Is the SEC staff about to issue guidelines specifying that the safe harbor for forward looking statements does not apply to SPAC merger transactions? An April 28, 2020 exclusive report on Reuters (here) says that the SEC is considering taking the step. If the agency were to issue guidance restricting the availability of the safe harbor for SPACs, it could significantly restrict SPAC’s use of target company projections in advance of de-SPAC mergers, and even further slow the already cooling SPAC market. The SEC’s possible action is discussed further in an April 29, 2021 post on the Cooley law firms PubCo blog, here.


SEC staff has already raised warnings about SPAC’s use of merger target companies’ projections in connection with de-SPAC transactions. As discussed here, on April 8, 2021, John Coates, the acting head of the SEC’s Division of Corporate Finance, issued a public statement (here) on the legal liability exposures associated with SPACs. His particular target in his remarks are statements that have appeared in the press to the effect that disclosure responsibilities for SPACs in connection with de-SPAC transactions (and in particular with respect to the financial projections of the merger target) are different from and lower than the comparable responsibilities associated with traditional IPOs.


His comments on this point were blunt: “Any claim about reduced liability exposure for SPAC participants is overstated at best, and potentially seriously misleading at worst. Indeed, in some ways, liability risks for those involved are higher, not lower, than in conventional IPOs, due in particular to the potential conflicts of interest in the SPAC structure.”


Coates specifically questioned the apparent belief that the carve out of IPOs from the PSLRA’s safe harbor for forward looking statements does not apply to SPACs, a point of view that Coates said “is uncertain at best.” The safe harbor, Coates averred, was meant for companies with an established track record. The merger target in a de-SPAC transaction “have no more of a track record” than private companies involved in IPOs. Coates further comment that “the risk of misuse” of forward- looking information “should also be carefully evaluated in light of the economic realities of the capital formation process.” As the Cooley PubCo blog put it in summarizing Coates’s point of view, “Why should a SPAC be treated differently from a traditional IPO? It’s really a question of economic substance over form.”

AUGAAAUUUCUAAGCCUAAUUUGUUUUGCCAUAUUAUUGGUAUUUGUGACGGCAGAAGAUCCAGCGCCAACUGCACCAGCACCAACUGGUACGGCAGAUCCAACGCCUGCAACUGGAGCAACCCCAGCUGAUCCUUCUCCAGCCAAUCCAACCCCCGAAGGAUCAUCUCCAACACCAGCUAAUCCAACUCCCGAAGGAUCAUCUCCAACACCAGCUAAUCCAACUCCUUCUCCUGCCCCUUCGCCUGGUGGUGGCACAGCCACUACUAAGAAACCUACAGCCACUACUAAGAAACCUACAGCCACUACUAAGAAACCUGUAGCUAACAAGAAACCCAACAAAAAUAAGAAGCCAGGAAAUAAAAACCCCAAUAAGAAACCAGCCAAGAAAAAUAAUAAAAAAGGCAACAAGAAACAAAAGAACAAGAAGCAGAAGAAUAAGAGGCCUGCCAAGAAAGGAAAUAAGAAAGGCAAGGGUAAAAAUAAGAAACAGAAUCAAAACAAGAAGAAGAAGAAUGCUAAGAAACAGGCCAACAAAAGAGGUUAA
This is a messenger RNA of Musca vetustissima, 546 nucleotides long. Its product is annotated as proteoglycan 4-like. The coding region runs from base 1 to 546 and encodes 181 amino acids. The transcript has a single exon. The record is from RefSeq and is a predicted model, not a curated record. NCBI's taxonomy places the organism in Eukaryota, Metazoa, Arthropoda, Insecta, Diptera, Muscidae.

According to the Reuters article, the SEC staff is considering issuing guidance on the question of the availability of the safe harbor protection for the use of projections in connection with SPAC merger transactions. The guidance, according to the Reuters article, would “aim to clarify the conditions upon which the safe harbor applies.” These changes, the article says, “would likely prompt more due diligence and caution on the part of SPAC dealmakers wary of incurring liability.” The article added that “the changes are being discussed by staff in the SEC’s corporate finance division” but is “unclear if the agency’s leadership would back them.” If the agency were to adopt the guidelines, it would “escalate” the agency’s “crackdown on the deal frenzy.” As the PubCo blog put it, the move “could exacerbate the slowdown that has already occurred in reaction not the SEC’s previous guidance,” particularly the slowdown that followed the SEC’s guidance on SPAC accounting for warrants (about which refer here).